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Paying the Storm

Cindy Juyoung Ok

We return after a few months away to find a pool in our garage. The edges are unfinished, but the inside of the pool, some meters in the ground, is fully tiled. We pick up a few individual loose squares, which are a deep red and look expensive, but they prove too heavy to carry.

Later we learn the pool was built by someone who lived here before us, who we refer to as the breaker because when we moved in, the recycling bin was full of glass. The city refuses glass in the recycling and fines after the first offense, so we figured the bin was never taken out, that this glass is the complete collection of the breaker’s time here.

We took the jars and glasses out individually to clean and bring to the local recycling plant, which has bins for glass, furniture, and cardboard. After three trips, we found a jar of jerk chicken sauce marketed for a white audience at the bottom of the bin. It had been full, the top still sealed with plastic, the leaked juices pooling in the bin’s indents. We picked up, too, whitened glass in the kitchen. We imagined the breaker was American: wore shoes in the house and drank milk at dinner.



The breaker has left behind the pool, which apparently had mainly been used by someone we call the dealer. The dealer deals in tiles, carries the breaker’s receipt for the pool, and wants it back. They call at odd hours to ask us if they can come, and, when we miss one call, they say we have lost our chance.


The big storm comes, and our cars are out on the street. One only gets a light branch on the windshield, but the other loses a window in the fast, long winds. With the special towels we used to clean the recycling bin, we clear the car of glass in the morning after bringing the torn branches to the curb.


Once the lights come back on but before our phones have service, we prepare for the next storm. We bring cans to the basement and scatter our candles throughout the house. Then we gather our longest cups and go to the garage to drain the drainless pool. Walking back and forth hundreds of times from the garage, we water the bush at the edge of the driveway where the deer usually eat, though it is already flooded from the storm.


We ask the dealer to come get the pool. The dealer wants more time, more time. When we do not answer the door, they hit windows with fallen branches and tear down the porch swing as they explain repeatedly that they have been uniquely affected by the storm, though they have endured no damage. We all want more time. What they really ask is for someone else to bear the cost.


The dealer first asks us to contact the breaker ourselves. We have no way of contacting the breaker, but we find a local organization that could sell the pool, including a pickup it says, from our photos, would take four or five people. We tell the dealer, offer to have it donated. The dealer refuses, because the dealer never concedes a point or acknowledges damage other than theirs. The dealer deals.


When they ask to speak to the owner of our house and stop speaking to us, we are relieved. We explain to the owner, who is upset we didn’t call sooner and wants to take the costs of moving the pool out of our deposit. The owner writes to the dealer that the pool must be removed, and cannot be left on the lawn or in the garage. The owner’s main concerns are about the liability to him: he wants no claims of damage from the breaker.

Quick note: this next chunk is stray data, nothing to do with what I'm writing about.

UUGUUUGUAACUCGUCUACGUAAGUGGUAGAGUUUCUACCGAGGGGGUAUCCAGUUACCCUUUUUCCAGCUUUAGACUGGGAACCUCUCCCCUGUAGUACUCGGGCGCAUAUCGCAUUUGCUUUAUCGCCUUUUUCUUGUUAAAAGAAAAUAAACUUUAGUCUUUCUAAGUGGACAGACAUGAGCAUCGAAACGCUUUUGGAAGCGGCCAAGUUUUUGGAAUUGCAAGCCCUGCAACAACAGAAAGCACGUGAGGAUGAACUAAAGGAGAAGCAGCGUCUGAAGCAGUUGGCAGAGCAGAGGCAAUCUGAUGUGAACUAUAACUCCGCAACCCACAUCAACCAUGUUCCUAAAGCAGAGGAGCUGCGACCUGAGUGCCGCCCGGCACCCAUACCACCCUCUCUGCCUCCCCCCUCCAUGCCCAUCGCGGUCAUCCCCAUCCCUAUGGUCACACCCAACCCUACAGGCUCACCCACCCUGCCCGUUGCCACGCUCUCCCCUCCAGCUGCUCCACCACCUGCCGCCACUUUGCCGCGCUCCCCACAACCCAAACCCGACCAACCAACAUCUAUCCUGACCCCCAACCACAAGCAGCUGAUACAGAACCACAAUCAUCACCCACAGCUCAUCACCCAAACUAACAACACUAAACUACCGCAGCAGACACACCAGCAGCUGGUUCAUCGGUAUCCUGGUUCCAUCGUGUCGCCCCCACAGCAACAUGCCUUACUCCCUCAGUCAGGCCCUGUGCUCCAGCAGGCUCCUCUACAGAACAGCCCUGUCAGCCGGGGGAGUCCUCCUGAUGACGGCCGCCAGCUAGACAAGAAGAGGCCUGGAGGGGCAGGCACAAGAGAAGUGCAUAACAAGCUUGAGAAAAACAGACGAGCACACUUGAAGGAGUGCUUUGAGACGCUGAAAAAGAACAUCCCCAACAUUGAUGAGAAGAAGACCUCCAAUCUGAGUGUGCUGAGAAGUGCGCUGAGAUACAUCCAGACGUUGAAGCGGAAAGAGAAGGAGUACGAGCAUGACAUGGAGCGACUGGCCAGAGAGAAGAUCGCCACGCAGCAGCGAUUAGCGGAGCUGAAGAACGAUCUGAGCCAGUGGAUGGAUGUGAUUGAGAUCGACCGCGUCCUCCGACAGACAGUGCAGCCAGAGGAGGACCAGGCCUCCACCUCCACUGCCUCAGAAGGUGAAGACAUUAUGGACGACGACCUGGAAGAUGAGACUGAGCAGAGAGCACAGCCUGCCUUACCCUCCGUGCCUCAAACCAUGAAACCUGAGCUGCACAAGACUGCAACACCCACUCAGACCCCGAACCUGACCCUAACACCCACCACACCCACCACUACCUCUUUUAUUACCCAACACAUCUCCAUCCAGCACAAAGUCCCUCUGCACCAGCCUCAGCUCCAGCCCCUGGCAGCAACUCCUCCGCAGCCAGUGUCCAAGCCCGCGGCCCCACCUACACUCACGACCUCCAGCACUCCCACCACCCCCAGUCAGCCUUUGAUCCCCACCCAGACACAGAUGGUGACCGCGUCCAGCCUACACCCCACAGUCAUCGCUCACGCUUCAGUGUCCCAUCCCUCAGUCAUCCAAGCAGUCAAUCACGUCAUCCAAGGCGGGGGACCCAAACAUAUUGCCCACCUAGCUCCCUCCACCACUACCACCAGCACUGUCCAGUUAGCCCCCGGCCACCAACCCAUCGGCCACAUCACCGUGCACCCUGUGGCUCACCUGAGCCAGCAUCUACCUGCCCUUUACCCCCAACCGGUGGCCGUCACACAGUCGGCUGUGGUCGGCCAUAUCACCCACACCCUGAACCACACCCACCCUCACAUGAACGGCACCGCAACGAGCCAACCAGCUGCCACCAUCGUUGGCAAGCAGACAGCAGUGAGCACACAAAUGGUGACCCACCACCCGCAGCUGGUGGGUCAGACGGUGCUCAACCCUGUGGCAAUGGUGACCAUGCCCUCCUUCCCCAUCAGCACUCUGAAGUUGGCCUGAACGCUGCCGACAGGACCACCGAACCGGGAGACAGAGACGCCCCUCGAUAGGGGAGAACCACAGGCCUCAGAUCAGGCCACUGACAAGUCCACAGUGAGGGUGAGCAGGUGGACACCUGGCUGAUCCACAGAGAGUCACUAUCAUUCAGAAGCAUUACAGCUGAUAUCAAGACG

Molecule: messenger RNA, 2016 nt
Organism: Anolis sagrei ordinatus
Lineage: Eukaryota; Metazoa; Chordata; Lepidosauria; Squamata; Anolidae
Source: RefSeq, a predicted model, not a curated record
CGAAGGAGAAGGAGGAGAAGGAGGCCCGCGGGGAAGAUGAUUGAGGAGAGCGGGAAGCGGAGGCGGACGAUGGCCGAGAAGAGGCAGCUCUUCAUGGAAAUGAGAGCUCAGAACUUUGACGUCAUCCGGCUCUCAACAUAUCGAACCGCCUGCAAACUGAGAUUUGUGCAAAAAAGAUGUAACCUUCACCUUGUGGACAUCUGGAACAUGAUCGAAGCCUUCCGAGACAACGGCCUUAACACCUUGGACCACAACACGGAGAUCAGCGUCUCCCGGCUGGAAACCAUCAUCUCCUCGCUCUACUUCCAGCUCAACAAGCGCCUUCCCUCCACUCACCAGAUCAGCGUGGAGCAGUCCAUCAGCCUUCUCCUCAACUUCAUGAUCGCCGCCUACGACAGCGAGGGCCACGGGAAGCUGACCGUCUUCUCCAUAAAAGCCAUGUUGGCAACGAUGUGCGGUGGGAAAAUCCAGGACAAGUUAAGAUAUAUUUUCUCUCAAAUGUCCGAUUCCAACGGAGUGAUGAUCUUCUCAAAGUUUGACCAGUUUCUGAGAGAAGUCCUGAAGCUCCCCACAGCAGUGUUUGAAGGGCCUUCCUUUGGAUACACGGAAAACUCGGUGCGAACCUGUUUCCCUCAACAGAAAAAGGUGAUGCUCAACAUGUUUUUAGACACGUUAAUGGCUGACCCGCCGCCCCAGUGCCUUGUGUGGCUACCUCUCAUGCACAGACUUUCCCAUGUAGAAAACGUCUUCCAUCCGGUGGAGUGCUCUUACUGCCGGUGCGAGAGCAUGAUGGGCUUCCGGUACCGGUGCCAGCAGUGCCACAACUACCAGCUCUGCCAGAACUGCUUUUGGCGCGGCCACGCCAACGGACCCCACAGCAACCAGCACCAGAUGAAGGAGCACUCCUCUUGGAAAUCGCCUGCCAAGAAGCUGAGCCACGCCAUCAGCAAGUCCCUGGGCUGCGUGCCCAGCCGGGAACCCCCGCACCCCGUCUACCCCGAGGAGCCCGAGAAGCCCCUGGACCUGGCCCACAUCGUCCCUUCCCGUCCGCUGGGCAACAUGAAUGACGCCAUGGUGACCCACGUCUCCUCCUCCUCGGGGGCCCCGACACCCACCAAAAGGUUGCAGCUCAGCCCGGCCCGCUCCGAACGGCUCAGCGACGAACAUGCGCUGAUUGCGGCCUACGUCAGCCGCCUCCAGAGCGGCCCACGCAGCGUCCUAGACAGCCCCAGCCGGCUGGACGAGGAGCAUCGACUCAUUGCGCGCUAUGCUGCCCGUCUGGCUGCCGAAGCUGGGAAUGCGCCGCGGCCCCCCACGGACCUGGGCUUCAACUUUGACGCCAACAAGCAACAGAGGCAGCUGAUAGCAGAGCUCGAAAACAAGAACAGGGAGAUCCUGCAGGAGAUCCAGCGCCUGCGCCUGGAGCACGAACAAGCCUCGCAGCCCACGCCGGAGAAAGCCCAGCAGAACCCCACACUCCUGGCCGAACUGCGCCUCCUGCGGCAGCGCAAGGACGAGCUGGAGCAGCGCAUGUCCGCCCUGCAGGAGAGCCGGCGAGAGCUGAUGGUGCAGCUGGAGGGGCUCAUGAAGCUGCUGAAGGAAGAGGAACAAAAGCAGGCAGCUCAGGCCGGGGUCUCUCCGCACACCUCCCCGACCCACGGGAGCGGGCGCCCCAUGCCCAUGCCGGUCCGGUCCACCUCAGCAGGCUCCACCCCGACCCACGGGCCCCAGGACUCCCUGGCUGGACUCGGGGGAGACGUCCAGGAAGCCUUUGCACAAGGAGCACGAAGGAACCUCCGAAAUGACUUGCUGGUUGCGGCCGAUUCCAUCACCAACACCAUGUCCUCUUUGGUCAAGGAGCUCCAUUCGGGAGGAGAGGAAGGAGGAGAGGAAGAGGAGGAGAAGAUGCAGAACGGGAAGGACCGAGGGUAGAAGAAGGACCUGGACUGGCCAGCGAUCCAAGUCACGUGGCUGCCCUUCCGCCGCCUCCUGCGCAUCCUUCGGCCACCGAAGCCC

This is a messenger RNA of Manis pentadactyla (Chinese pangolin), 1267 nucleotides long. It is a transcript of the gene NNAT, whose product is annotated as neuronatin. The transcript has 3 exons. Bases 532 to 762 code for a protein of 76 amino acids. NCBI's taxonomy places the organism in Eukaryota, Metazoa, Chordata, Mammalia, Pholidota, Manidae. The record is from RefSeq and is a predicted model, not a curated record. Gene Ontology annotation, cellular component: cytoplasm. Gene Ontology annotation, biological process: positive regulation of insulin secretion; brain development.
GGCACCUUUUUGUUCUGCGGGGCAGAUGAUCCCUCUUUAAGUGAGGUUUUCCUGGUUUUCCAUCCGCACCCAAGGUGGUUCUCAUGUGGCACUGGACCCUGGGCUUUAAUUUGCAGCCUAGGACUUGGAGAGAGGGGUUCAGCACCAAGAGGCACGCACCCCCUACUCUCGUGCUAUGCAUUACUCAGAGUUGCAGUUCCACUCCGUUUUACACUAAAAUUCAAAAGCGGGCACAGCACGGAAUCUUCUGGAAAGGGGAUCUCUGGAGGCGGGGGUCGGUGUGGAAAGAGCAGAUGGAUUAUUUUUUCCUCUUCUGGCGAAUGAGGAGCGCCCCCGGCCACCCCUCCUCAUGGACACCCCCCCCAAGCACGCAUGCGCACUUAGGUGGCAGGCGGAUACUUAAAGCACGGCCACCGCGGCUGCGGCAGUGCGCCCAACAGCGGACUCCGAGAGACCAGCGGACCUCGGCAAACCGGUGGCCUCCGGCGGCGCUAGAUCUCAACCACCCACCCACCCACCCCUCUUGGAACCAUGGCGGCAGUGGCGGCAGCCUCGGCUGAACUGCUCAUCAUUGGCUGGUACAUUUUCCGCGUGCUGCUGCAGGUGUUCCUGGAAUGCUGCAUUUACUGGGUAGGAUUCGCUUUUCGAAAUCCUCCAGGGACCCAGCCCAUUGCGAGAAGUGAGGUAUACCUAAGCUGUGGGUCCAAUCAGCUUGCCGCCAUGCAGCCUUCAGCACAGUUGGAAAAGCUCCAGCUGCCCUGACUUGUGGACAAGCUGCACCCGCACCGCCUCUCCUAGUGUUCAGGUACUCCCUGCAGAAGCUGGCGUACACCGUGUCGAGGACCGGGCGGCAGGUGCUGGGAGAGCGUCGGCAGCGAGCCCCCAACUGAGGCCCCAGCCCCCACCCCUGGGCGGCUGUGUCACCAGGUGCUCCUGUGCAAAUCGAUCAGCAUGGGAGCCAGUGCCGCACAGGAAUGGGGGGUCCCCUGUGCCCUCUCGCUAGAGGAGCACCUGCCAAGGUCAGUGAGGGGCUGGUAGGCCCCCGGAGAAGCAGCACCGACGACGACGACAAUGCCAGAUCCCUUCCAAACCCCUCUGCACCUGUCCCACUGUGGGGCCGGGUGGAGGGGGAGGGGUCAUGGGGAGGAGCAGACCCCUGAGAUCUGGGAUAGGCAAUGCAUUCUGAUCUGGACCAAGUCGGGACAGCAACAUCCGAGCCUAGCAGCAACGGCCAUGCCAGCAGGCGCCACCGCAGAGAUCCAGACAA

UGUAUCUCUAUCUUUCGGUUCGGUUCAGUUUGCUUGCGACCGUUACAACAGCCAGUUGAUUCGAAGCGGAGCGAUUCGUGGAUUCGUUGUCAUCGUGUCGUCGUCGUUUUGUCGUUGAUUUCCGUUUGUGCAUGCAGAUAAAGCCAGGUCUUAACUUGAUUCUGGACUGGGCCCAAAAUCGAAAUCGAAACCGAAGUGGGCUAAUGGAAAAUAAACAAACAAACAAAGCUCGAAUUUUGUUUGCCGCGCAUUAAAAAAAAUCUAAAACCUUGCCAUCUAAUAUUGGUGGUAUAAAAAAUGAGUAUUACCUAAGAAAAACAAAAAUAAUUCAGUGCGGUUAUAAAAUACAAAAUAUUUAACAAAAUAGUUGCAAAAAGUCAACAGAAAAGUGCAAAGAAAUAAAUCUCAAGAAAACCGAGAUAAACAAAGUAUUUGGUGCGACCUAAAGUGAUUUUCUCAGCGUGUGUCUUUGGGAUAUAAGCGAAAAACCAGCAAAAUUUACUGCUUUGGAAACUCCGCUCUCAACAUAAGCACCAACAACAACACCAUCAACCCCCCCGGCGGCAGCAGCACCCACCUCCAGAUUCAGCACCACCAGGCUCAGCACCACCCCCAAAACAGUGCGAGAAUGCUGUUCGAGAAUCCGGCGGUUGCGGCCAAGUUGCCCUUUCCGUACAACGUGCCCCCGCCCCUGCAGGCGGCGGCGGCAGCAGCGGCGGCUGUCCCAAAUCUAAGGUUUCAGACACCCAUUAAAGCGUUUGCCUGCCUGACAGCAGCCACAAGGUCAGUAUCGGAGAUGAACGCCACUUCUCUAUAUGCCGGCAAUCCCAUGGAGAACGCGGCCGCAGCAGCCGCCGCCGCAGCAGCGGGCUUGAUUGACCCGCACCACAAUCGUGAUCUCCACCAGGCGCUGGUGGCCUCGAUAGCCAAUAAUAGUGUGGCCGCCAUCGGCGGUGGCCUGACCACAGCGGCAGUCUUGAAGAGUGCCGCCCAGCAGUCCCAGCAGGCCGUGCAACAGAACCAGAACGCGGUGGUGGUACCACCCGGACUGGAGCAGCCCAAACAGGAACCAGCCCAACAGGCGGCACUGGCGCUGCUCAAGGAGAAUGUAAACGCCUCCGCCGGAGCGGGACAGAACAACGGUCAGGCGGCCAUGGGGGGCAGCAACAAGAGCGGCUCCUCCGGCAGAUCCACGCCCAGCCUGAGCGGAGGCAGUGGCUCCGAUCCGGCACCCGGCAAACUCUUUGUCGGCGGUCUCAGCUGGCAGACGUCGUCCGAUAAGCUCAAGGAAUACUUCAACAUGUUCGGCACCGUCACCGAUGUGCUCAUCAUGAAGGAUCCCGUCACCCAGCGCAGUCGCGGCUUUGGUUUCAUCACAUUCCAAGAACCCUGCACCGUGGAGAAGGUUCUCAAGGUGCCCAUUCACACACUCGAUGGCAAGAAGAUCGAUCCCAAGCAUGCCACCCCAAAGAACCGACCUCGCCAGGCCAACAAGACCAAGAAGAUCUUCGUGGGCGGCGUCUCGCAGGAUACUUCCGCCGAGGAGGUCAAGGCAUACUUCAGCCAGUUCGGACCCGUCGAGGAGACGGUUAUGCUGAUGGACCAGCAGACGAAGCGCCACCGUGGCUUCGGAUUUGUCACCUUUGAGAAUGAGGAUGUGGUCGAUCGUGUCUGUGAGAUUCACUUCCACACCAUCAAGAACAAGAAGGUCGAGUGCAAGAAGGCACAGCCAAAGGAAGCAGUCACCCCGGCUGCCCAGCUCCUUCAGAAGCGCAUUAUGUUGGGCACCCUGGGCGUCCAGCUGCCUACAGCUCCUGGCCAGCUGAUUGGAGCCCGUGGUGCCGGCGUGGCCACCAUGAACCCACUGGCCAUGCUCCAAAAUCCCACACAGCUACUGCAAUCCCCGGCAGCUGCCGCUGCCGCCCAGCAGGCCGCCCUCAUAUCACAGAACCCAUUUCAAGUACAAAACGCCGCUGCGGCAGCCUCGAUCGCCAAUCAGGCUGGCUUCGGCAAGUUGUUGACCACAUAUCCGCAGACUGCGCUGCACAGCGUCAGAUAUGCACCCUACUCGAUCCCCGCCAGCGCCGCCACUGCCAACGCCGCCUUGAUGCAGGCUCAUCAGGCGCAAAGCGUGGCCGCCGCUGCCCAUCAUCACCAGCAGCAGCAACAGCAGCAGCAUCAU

The dealer continues to make demands of us. We do not know the dealer’s name, but they send us lavish messages. They call from blocked phone numbers and tell us how disappointed we have made them. The dealer has many strategies: asking for compassion, making personal attacks, threatening our agreement with the owner. They offer to move the pool to the lawn, and the owner is further upset with us, taking notes for the deposit.


What they stipulate is an absence. They want the water (or, now, the air) in the shape of that pool. Street parking is free, but only on one side of the street during daylight, so we switch our cars nightly, and one night during our wait for the pool’s pickup, we forget. One of the cars has previous tickets on it and is sent to be locked up. When we go to pick it up, the lot is full, and the tired attendant tells us they have been bringing in hundreds of cars a night since the storm.



When the dealer comes, they come quietly and leave by dawn. They leave behind cat hair and a hole in the wall. In a wall is a crumpled note that lists their grievances. It starts with demands they made of us that were not met, missed calls and closed garage, but there are others: the smell of the drained pool, the color of the dirt underneath the pool.


At dinner that night, we are silent around the table. We have been collateral for the breaker, dealer, and owner, and this has made us new, and newly American. The relief is clear but sedated—we have slept so little since our return, and there is still much to do to fill the pool back in. We hear the dirt we need is expensive these days, and we don’t have the right tools to fashion the concrete floors. That night we clean the upstairs tub we never use, and in the bath we keep our heads under water for longer and longer, scaring each other and surprising ourselves.

CINDY JUYOUNG OK's recent work can be found in journals like Conjunctions, Electric Literature, and the Margins. She teaches creative writing and is a recent graduate of the Iowa Writers’ Workshop, where she was awarded Capote, Rydson, and Rosenberg fellowships.

Header art: "Wild Place" by Derrick Breidenthal.

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